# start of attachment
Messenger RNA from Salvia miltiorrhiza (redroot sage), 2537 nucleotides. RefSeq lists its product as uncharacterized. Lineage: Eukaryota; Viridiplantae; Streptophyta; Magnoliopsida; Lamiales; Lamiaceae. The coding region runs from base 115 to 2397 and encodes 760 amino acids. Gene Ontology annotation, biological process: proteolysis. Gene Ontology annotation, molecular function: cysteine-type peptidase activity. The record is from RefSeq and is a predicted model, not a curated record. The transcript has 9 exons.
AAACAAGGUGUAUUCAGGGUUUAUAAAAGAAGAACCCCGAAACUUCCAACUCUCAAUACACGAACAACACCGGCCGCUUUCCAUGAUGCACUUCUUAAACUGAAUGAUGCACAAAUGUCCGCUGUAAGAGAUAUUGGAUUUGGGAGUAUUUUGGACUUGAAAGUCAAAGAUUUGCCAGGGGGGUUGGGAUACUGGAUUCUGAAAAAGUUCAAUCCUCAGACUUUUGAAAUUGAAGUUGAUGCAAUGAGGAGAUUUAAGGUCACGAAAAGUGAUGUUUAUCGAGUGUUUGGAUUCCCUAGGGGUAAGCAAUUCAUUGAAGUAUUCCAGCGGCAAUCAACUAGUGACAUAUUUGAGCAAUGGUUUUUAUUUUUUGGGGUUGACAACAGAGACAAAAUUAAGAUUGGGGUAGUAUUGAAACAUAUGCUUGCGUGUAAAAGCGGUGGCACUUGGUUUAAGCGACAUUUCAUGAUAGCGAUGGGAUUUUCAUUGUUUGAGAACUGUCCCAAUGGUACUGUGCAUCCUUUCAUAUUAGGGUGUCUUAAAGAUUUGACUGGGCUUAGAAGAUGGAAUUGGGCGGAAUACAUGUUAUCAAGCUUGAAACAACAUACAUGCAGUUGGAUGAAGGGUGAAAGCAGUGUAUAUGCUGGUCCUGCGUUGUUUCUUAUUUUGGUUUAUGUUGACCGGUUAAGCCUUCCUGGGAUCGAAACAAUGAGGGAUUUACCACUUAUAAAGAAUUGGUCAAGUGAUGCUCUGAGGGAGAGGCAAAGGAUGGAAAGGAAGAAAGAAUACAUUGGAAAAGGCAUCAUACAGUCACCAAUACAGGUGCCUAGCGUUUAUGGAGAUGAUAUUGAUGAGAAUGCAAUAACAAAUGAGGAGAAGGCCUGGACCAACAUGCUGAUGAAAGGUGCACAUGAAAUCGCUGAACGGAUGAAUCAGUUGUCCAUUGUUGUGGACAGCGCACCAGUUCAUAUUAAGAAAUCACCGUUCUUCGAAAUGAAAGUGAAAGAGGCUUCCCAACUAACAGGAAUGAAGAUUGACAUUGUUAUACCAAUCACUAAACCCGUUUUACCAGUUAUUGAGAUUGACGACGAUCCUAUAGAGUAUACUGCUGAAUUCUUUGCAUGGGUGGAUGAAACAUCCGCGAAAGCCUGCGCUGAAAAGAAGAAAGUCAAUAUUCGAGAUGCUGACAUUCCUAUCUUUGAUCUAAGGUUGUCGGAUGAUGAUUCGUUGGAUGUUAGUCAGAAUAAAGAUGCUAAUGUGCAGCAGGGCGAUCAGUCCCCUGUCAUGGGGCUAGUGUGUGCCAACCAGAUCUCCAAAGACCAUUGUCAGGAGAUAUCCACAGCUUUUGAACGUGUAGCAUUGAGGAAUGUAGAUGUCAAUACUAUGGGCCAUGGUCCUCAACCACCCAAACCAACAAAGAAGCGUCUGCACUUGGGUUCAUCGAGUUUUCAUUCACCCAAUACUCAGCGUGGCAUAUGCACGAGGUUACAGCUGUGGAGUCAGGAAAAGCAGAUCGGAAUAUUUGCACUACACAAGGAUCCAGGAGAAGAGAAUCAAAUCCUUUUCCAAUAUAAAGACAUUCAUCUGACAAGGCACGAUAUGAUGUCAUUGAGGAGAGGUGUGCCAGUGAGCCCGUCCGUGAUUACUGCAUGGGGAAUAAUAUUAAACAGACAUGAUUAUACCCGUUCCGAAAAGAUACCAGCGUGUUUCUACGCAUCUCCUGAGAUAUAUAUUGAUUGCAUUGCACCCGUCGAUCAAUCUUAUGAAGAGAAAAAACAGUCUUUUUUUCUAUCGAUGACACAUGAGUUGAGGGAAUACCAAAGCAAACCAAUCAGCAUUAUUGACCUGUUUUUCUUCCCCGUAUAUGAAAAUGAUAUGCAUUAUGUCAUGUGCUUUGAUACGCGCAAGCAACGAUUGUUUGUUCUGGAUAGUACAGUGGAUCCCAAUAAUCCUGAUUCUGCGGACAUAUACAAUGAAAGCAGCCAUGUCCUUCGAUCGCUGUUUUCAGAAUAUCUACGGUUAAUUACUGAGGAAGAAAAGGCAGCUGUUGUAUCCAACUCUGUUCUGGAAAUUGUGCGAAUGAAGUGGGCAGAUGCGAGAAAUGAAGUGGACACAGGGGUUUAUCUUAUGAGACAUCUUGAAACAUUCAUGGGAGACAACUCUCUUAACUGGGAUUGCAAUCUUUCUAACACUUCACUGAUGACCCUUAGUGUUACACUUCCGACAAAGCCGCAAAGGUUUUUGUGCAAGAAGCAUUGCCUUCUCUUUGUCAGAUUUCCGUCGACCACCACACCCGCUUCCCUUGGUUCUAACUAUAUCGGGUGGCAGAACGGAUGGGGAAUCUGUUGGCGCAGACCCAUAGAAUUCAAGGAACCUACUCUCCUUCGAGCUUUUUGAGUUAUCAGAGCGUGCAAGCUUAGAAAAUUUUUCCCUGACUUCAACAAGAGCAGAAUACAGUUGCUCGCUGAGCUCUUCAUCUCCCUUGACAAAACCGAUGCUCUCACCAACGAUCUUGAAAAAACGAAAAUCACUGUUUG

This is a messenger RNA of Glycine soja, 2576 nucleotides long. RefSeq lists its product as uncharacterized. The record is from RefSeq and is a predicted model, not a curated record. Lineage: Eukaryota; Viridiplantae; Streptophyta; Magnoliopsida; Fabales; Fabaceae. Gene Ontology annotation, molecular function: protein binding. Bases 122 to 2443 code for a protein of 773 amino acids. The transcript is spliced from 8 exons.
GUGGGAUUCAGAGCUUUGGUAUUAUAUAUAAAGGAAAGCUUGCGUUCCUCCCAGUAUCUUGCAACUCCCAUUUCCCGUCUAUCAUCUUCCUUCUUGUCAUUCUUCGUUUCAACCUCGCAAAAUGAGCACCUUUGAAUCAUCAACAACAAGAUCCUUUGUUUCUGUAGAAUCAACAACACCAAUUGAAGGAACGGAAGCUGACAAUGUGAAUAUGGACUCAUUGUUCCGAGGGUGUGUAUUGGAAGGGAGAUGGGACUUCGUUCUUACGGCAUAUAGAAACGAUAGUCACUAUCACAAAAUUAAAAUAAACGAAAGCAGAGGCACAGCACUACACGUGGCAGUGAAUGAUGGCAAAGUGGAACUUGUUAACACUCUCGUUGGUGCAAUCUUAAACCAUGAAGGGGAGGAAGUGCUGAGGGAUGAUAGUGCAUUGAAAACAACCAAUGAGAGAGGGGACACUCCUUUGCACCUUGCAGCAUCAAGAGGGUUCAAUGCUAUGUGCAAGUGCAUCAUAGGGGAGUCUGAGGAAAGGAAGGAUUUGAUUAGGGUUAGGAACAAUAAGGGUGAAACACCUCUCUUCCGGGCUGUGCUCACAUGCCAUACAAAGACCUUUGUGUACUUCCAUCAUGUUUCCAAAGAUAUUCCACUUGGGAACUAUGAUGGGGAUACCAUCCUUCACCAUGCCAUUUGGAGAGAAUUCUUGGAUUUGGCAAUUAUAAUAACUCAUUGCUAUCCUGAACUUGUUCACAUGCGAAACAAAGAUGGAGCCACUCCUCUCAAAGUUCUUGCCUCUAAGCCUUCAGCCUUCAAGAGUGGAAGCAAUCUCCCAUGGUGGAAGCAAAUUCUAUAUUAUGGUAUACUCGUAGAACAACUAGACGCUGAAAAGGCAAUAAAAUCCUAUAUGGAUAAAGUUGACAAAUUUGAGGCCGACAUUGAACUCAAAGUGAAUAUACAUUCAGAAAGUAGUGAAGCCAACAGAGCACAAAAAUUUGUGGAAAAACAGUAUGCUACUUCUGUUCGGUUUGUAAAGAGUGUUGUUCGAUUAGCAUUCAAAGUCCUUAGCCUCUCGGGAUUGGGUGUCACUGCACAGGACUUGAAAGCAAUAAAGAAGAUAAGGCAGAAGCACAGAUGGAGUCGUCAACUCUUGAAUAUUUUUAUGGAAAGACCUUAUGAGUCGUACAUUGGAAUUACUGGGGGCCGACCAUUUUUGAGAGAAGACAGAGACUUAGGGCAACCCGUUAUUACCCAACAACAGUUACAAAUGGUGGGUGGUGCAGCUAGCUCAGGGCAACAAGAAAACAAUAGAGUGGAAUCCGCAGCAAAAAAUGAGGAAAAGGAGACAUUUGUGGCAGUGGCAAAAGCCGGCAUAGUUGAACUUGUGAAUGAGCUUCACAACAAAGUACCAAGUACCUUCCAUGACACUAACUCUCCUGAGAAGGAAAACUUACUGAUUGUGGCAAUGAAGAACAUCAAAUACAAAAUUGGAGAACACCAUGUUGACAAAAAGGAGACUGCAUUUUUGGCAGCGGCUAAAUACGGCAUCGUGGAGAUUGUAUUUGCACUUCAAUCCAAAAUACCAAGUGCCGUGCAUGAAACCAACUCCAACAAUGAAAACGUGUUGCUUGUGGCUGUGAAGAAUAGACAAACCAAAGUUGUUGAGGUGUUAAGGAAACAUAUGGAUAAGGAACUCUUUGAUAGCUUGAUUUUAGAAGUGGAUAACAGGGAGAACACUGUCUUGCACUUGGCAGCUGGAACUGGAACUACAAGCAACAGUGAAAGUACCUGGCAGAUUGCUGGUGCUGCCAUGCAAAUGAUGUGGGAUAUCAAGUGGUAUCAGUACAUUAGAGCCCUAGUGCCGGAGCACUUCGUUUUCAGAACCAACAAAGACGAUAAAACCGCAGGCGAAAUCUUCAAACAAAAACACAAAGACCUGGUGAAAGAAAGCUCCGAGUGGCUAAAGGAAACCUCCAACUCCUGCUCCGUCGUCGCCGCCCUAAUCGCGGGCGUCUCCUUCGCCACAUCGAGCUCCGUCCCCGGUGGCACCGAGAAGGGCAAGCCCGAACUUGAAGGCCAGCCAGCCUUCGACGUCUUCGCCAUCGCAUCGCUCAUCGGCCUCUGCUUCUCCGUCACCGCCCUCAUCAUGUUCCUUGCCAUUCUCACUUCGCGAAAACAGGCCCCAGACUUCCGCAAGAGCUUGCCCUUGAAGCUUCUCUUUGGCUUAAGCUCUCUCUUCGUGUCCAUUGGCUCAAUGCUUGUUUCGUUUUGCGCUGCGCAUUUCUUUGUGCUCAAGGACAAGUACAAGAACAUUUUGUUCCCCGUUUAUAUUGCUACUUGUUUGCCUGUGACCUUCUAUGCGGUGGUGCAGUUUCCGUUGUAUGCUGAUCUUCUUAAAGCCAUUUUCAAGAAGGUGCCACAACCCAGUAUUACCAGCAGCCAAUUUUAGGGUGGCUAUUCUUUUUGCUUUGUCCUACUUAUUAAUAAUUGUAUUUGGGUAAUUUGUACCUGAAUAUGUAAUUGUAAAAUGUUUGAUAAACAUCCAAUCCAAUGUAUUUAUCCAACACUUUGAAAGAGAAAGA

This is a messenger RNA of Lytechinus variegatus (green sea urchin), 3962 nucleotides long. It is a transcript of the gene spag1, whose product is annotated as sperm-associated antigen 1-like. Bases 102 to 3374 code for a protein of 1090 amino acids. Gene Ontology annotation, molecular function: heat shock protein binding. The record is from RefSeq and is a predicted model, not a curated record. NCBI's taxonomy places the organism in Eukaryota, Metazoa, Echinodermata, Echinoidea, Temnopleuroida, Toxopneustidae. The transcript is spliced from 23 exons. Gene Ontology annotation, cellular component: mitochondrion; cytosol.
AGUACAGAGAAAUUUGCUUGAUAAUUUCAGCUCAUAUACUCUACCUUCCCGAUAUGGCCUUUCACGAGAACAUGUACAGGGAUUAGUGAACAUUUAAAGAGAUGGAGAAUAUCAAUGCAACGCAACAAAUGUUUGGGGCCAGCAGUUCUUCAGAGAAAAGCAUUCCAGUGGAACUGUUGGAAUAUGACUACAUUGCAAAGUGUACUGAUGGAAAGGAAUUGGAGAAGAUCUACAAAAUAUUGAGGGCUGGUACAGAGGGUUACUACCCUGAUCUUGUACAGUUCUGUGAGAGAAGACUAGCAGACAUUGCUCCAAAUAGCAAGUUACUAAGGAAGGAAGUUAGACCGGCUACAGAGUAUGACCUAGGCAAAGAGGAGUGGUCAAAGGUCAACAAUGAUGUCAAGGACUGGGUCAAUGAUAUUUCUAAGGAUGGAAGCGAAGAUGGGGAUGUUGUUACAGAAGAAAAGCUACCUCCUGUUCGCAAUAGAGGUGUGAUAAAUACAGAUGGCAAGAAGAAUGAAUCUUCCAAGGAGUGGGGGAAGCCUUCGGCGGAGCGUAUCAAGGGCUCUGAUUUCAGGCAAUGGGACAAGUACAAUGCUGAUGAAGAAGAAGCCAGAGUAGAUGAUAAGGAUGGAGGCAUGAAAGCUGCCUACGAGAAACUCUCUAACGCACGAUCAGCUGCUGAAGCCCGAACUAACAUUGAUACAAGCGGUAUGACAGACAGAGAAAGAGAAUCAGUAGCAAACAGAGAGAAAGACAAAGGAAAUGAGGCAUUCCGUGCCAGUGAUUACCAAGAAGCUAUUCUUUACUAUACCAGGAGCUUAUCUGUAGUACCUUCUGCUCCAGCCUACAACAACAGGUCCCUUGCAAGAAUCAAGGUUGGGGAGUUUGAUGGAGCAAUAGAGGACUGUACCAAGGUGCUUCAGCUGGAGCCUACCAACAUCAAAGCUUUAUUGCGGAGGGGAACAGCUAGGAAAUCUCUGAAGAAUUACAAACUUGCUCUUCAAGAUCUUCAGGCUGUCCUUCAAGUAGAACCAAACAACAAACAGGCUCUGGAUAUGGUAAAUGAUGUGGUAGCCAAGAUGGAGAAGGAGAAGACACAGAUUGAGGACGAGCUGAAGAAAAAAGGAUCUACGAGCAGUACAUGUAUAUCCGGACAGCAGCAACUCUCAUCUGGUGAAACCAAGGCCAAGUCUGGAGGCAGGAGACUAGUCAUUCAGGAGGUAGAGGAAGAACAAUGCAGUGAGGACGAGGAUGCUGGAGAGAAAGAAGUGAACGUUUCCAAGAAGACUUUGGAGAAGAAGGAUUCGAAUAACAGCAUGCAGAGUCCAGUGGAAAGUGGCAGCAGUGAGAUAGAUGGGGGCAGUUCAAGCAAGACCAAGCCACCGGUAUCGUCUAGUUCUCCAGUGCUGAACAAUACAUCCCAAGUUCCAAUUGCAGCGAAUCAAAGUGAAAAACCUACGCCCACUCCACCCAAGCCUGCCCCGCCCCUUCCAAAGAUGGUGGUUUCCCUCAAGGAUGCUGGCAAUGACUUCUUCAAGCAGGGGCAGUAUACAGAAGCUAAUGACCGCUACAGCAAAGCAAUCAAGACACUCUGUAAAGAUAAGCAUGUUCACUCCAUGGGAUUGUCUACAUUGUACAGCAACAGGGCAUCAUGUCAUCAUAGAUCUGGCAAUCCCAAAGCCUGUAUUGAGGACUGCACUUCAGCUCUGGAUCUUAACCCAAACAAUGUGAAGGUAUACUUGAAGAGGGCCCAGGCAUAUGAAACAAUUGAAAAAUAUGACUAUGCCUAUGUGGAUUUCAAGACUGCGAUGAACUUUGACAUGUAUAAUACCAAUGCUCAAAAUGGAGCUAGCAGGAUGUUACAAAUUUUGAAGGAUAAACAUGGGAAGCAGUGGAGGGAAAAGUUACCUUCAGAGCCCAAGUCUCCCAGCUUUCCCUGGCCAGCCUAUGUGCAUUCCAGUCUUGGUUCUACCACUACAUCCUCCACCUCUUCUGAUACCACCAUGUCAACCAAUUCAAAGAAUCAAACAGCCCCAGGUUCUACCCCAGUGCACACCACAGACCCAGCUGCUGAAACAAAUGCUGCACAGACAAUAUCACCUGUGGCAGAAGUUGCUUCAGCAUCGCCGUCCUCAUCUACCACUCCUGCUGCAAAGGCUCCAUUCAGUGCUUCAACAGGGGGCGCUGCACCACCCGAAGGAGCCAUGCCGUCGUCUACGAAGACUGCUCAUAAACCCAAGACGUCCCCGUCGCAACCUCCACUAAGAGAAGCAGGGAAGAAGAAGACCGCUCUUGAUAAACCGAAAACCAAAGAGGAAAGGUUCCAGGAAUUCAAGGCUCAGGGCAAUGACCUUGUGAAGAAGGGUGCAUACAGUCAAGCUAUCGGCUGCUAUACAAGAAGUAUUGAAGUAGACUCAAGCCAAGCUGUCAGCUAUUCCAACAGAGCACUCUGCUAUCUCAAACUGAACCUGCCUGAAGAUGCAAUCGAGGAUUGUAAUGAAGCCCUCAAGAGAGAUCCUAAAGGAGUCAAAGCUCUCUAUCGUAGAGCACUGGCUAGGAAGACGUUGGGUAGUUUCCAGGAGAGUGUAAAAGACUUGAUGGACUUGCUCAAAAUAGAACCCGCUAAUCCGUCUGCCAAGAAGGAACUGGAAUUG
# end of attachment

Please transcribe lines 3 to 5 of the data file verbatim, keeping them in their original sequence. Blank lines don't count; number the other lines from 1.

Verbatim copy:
This is a messenger RNA of Glycine soja, 2576 nucleotides long. RefSeq lists its product as uncharacterized. The record is from RefSeq and is a predicted model, not a curated record. Lineage: Eukaryota; Viridiplantae; Streptophyta; Magnoliopsida; Fabales; Fabaceae. Gene Ontology annotation, molecular function: protein binding. Bases 122 to 2443 code for a protein of 773 amino acids. The transcript is spliced from 8 exons.
GUGGGAUUCAGAGCUUUGGUAUUAUAUAUAAAGGAAAGCUUGCGUUCCUCCCAGUAUCUUGCAACUCCCAUUUCCCGUCUAUCAUCUUCCUUCUUGUCAUUCUUCGUUUCAACCUCGCAAAAUGAGCACCUUUGAAUCAUCAACAACAAGAUCCUUUGUUUCUGUAGAAUCAACAACACCAAUUGAAGGAACGGAAGCUGACAAUGUGAAUAUGGACUCAUUGUUCCGAGGGUGUGUAUUGGAAGGGAGAUGGGACUUCGUUCUUACGGCAUAUAGAAACGAUAGUCACUAUCACAAAAUUAAAAUAAACGAAAGCAGAGGCACAGCACUACACGUGGCAGUGAAUGAUGGCAAAGUGGAACUUGUUAACACUCUCGUUGGUGCAAUCUUAAACCAUGAAGGGGAGGAAGUGCUGAGGGAUGAUAGUGCAUUGAAAACAACCAAUGAGAGAGGGGACACUCCUUUGCACCUUGCAGCAUCAAGAGGGUUCAAUGCUAUGUGCAAGUGCAUCAUAGGGGAGUCUGAGGAAAGGAAGGAUUUGAUUAGGGUUAGGAACAAUAAGGGUGAAACACCUCUCUUCCGGGCUGUGCUCACAUGCCAUACAAAGACCUUUGUGUACUUCCAUCAUGUUUCCAAAGAUAUUCCACUUGGGAACUAUGAUGGGGAUACCAUCCUUCACCAUGCCAUUUGGAGAGAAUUCUUGGAUUUGGCAAUUAUAAUAACUCAUUGCUAUCCUGAACUUGUUCACAUGCGAAACAAAGAUGGAGCCACUCCUCUCAAAGUUCUUGCCUCUAAGCCUUCAGCCUUCAAGAGUGGAAGCAAUCUCCCAUGGUGGAAGCAAAUUCUAUAUUAUGGUAUACUCGUAGAACAACUAGACGCUGAAAAGGCAAUAAAAUCCUAUAUGGAUAAAGUUGACAAAUUUGAGGCCGACAUUGAACUCAAAGUGAAUAUACAUUCAGAAAGUAGUGAAGCCAACAGAGCACAAAAAUUUGUGGAAAAACAGUAUGCUACUUCUGUUCGGUUUGUAAAGAGUGUUGUUCGAUUAGCAUUCAAAGUCCUUAGCCUCUCGGGAUUGGGUGUCACUGCACAGGACUUGAAAGCAAUAAAGAAGAUAAGGCAGAAGCACAGAUGGAGUCGUCAACUCUUGAAUAUUUUUAUGGAAAGACCUUAUGAGUCGUACAUUGGAAUUACUGGGGGCCGACCAUUUUUGAGAGAAGACAGAGACUUAGGGCAACCCGUUAUUACCCAACAACAGUUACAAAUGGUGGGUGGUGCAGCUAGCUCAGGGCAACAAGAAAACAAUAGAGUGGAAUCCGCAGCAAAAAAUGAGGAAAAGGAGACAUUUGUGGCAGUGGCAAAAGCCGGCAUAGUUGAACUUGUGAAUGAGCUUCACAACAAAGUACCAAGUACCUUCCAUGACACUAACUCUCCUGAGAAGGAAAACUUACUGAUUGUGGCAAUGAAGAACAUCAAAUACAAAAUUGGAGAACACCAUGUUGACAAAAAGGAGACUGCAUUUUUGGCAGCGGCUAAAUACGGCAUCGUGGAGAUUGUAUUUGCACUUCAAUCCAAAAUACCAAGUGCCGUGCAUGAAACCAACUCCAACAAUGAAAACGUGUUGCUUGUGGCUGUGAAGAAUAGACAAACCAAAGUUGUUGAGGUGUUAAGGAAACAUAUGGAUAAGGAACUCUUUGAUAGCUUGAUUUUAGAAGUGGAUAACAGGGAGAACACUGUCUUGCACUUGGCAGCUGGAACUGGAACUACAAGCAACAGUGAAAGUACCUGGCAGAUUGCUGGUGCUGCCAUGCAAAUGAUGUGGGAUAUCAAGUGGUAUCAGUACAUUAGAGCCCUAGUGCCGGAGCACUUCGUUUUCAGAACCAACAAAGACGAUAAAACCGCAGGCGAAAUCUUCAAACAAAAACACAAAGACCUGGUGAAAGAAAGCUCCGAGUGGCUAAAGGAAACCUCCAACUCCUGCUCCGUCGUCGCCGCCCUAAUCGCGGGCGUCUCCUUCGCCACAUCGAGCUCCGUCCCCGGUGGCACCGAGAAGGGCAAGCCCGAACUUGAAGGCCAGCCAGCCUUCGACGUCUUCGCCAUCGCAUCGCUCAUCGGCCUCUGCUUCUCCGUCACCGCCCUCAUCAUGUUCCUUGCCAUUCUCACUUCGCGAAAACAGGCCCCAGACUUCCGCAAGAGCUUGCCCUUGAAGCUUCUCUUUGGCUUAAGCUCUCUCUUCGUGUCCAUUGGCUCAAUGCUUGUUUCGUUUUGCGCUGCGCAUUUCUUUGUGCUCAAGGACAAGUACAAGAACAUUUUGUUCCCCGUUUAUAUUGCUACUUGUUUGCCUGUGACCUUCUAUGCGGUGGUGCAGUUUCCGUUGUAUGCUGAUCUUCUUAAAGCCAUUUUCAAGAAGGUGCCACAACCCAGUAUUACCAGCAGCCAAUUUUAGGGUGGCUAUUCUUUUUGCUUUGUCCUACUUAUUAAUAAUUGUAUUUGGGUAAUUUGUACCUGAAUAUGUAAUUGUAAAAUGUUUGAUAAACAUCCAAUCCAAUGUAUUUAUCCAACACUUUGAAAGAGAAAGA

This is a messenger RNA of Lytechinus variegatus (green sea urchin), 3962 nucleotides long. It is a transcript of the gene spag1, whose product is annotated as sperm-associated antigen 1-like. Bases 102 to 3374 code for a protein of 1090 amino acids. Gene Ontology annotation, molecular function: heat shock protein binding. The record is from RefSeq and is a predicted model, not a curated record. NCBI's taxonomy places the organism in Eukaryota, Metazoa, Echinodermata, Echinoidea, Temnopleuroida, Toxopneustidae. The transcript is spliced from 23 exons. Gene Ontology annotation, cellular component: mitochondrion; cytosol.